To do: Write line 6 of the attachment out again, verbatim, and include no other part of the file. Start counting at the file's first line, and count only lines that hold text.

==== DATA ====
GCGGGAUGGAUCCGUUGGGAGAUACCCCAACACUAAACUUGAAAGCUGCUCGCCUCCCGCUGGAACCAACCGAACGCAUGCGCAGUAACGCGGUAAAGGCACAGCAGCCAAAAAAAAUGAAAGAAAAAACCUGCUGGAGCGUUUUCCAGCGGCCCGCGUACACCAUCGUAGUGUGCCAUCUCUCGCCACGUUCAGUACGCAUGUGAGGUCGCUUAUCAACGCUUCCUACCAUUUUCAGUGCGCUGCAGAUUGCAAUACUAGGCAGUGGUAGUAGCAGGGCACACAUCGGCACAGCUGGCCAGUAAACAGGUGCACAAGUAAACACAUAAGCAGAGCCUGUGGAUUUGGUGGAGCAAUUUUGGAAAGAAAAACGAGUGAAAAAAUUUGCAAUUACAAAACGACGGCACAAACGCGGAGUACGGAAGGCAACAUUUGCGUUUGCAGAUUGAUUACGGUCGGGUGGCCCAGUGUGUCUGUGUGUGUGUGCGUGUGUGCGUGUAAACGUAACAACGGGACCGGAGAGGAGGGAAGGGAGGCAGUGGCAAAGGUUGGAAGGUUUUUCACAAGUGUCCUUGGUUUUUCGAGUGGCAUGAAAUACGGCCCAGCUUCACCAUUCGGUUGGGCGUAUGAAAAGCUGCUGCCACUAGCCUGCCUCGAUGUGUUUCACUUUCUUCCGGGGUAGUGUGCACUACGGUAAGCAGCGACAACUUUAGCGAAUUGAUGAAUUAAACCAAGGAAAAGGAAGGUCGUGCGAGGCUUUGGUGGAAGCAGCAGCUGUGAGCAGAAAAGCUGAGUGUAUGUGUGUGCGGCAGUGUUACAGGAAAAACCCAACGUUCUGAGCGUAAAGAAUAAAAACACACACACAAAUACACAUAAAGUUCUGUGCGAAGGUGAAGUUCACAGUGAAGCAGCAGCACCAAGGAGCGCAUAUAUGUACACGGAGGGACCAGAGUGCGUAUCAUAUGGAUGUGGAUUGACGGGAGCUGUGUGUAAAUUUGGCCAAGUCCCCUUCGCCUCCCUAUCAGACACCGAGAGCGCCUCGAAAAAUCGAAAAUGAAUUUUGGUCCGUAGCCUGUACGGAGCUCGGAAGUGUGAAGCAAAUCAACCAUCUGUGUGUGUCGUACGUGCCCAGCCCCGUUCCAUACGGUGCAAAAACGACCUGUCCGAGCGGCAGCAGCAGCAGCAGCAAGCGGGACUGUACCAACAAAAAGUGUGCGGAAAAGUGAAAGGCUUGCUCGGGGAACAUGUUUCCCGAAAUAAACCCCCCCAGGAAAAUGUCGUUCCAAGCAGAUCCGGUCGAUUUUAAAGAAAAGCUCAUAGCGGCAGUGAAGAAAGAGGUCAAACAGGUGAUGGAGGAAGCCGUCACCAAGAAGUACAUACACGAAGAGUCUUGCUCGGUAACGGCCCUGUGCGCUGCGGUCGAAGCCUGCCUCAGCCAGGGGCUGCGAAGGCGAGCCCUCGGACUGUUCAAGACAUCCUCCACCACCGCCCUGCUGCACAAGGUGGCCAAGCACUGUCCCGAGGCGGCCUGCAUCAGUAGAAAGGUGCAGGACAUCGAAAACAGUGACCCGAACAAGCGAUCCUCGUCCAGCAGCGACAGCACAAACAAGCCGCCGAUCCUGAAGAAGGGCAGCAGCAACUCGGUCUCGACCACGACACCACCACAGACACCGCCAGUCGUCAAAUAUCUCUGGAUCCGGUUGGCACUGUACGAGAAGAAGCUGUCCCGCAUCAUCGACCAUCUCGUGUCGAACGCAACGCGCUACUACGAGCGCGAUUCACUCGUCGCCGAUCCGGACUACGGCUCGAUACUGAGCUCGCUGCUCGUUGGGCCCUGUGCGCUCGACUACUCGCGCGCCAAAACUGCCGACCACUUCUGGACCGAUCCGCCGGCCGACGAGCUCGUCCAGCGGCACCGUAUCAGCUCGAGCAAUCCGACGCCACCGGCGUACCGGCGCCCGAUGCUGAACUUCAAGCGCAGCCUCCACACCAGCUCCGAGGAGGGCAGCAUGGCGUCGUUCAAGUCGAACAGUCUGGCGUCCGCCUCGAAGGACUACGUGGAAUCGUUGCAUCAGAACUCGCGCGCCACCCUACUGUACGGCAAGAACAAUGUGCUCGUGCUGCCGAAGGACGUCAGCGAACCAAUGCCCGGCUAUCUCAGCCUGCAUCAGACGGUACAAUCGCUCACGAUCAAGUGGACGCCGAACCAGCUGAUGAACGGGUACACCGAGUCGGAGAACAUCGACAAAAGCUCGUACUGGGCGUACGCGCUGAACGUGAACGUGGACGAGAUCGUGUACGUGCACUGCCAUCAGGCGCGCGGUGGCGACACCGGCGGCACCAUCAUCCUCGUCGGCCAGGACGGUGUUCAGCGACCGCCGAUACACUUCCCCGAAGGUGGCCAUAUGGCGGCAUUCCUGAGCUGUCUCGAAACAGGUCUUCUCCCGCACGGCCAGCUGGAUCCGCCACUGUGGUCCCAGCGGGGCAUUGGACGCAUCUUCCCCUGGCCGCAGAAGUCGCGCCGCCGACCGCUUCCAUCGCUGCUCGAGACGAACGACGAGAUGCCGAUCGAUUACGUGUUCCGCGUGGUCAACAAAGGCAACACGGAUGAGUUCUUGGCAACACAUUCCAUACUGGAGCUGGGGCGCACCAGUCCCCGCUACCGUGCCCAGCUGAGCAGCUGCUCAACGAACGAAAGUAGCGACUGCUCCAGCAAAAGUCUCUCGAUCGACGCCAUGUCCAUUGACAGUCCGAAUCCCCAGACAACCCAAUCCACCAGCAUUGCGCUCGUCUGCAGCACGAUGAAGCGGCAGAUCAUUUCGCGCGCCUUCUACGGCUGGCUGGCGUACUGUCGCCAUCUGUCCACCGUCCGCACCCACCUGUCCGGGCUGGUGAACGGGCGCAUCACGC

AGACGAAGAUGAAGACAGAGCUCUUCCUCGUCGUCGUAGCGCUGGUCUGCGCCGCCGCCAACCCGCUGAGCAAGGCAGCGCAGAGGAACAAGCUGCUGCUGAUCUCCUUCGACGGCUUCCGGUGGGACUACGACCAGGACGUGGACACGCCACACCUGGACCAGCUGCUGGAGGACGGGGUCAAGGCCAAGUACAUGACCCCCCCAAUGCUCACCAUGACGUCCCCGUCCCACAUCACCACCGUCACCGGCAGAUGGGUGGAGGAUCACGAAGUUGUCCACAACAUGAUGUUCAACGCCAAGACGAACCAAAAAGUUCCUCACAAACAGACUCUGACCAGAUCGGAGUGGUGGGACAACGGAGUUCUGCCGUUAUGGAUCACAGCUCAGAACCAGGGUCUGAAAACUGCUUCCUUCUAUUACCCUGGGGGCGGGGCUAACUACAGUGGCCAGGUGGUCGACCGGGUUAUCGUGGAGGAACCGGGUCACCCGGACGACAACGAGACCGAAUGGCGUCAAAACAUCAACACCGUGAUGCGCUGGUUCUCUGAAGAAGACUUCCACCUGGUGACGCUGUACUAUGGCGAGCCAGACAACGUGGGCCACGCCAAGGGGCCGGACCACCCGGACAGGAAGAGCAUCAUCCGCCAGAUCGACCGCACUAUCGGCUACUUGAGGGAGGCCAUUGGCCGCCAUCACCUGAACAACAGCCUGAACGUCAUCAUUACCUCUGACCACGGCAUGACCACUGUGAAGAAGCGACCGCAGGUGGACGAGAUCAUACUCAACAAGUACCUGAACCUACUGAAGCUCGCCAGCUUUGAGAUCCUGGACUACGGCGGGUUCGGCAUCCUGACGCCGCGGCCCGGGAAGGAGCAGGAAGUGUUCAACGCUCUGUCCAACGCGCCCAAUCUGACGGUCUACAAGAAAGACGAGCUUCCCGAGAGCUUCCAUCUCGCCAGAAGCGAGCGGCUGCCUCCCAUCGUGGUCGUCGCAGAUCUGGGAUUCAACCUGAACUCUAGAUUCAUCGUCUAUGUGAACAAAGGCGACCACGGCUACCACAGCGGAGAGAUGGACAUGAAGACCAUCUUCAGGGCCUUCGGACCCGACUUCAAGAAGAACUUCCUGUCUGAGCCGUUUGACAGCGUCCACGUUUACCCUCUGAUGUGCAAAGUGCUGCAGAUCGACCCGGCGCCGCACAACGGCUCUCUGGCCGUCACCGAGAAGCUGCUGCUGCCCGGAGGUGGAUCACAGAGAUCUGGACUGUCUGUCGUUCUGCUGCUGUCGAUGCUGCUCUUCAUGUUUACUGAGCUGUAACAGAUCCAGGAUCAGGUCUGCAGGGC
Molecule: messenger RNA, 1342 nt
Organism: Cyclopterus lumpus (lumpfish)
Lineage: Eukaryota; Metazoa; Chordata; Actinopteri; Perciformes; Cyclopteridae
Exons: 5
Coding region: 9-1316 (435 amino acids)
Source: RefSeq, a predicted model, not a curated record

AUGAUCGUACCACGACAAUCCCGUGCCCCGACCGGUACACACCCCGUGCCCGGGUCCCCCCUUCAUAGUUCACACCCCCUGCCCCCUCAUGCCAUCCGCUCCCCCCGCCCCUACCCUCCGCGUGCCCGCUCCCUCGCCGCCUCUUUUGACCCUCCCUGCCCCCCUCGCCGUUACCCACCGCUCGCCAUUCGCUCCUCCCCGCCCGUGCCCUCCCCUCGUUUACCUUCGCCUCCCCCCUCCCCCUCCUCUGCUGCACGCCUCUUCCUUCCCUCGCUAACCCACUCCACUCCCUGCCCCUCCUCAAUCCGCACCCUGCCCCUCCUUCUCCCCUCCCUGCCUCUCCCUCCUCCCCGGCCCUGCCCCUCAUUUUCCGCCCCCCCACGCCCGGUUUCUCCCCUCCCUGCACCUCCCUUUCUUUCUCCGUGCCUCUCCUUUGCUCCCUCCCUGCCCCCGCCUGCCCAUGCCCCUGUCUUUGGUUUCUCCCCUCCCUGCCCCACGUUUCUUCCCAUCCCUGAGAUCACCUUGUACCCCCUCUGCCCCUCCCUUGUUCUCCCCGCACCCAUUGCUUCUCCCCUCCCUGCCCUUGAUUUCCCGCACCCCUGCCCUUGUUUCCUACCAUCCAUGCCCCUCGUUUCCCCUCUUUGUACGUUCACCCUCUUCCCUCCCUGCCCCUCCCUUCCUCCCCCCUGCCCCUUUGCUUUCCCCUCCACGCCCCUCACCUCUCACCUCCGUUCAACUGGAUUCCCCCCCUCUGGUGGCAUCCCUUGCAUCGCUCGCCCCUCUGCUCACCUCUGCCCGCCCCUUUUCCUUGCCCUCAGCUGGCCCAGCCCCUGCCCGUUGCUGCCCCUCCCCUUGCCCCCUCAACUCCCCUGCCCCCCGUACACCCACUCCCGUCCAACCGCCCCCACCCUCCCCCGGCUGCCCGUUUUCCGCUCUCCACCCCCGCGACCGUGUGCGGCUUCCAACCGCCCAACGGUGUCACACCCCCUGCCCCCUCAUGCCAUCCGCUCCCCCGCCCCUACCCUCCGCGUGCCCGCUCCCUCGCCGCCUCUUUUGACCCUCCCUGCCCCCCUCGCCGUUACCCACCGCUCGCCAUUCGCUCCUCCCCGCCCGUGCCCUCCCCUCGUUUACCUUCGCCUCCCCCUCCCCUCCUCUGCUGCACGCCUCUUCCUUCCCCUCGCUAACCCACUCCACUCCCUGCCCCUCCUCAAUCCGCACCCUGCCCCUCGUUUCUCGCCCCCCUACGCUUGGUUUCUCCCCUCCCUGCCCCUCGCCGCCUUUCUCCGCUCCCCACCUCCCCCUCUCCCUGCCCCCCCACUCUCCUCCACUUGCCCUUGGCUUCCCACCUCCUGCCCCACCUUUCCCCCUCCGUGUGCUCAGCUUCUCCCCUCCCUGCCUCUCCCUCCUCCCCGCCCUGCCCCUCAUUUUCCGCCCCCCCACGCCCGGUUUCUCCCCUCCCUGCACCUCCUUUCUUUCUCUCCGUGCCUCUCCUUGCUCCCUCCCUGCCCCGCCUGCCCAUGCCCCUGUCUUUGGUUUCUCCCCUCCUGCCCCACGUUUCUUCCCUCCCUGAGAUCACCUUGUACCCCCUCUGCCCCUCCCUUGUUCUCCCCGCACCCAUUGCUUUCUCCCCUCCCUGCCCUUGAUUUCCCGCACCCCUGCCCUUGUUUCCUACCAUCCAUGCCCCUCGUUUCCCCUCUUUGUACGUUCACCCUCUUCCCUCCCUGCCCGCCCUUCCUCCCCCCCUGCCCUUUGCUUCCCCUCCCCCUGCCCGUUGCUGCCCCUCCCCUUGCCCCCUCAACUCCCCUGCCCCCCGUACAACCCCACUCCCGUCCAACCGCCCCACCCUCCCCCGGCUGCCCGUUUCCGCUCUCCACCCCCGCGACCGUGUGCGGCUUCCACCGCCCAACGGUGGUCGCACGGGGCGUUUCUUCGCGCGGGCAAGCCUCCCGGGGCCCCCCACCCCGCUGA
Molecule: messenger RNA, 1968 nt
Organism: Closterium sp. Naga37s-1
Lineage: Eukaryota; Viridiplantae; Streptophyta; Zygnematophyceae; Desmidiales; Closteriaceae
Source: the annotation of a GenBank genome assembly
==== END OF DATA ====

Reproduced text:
Exons: 5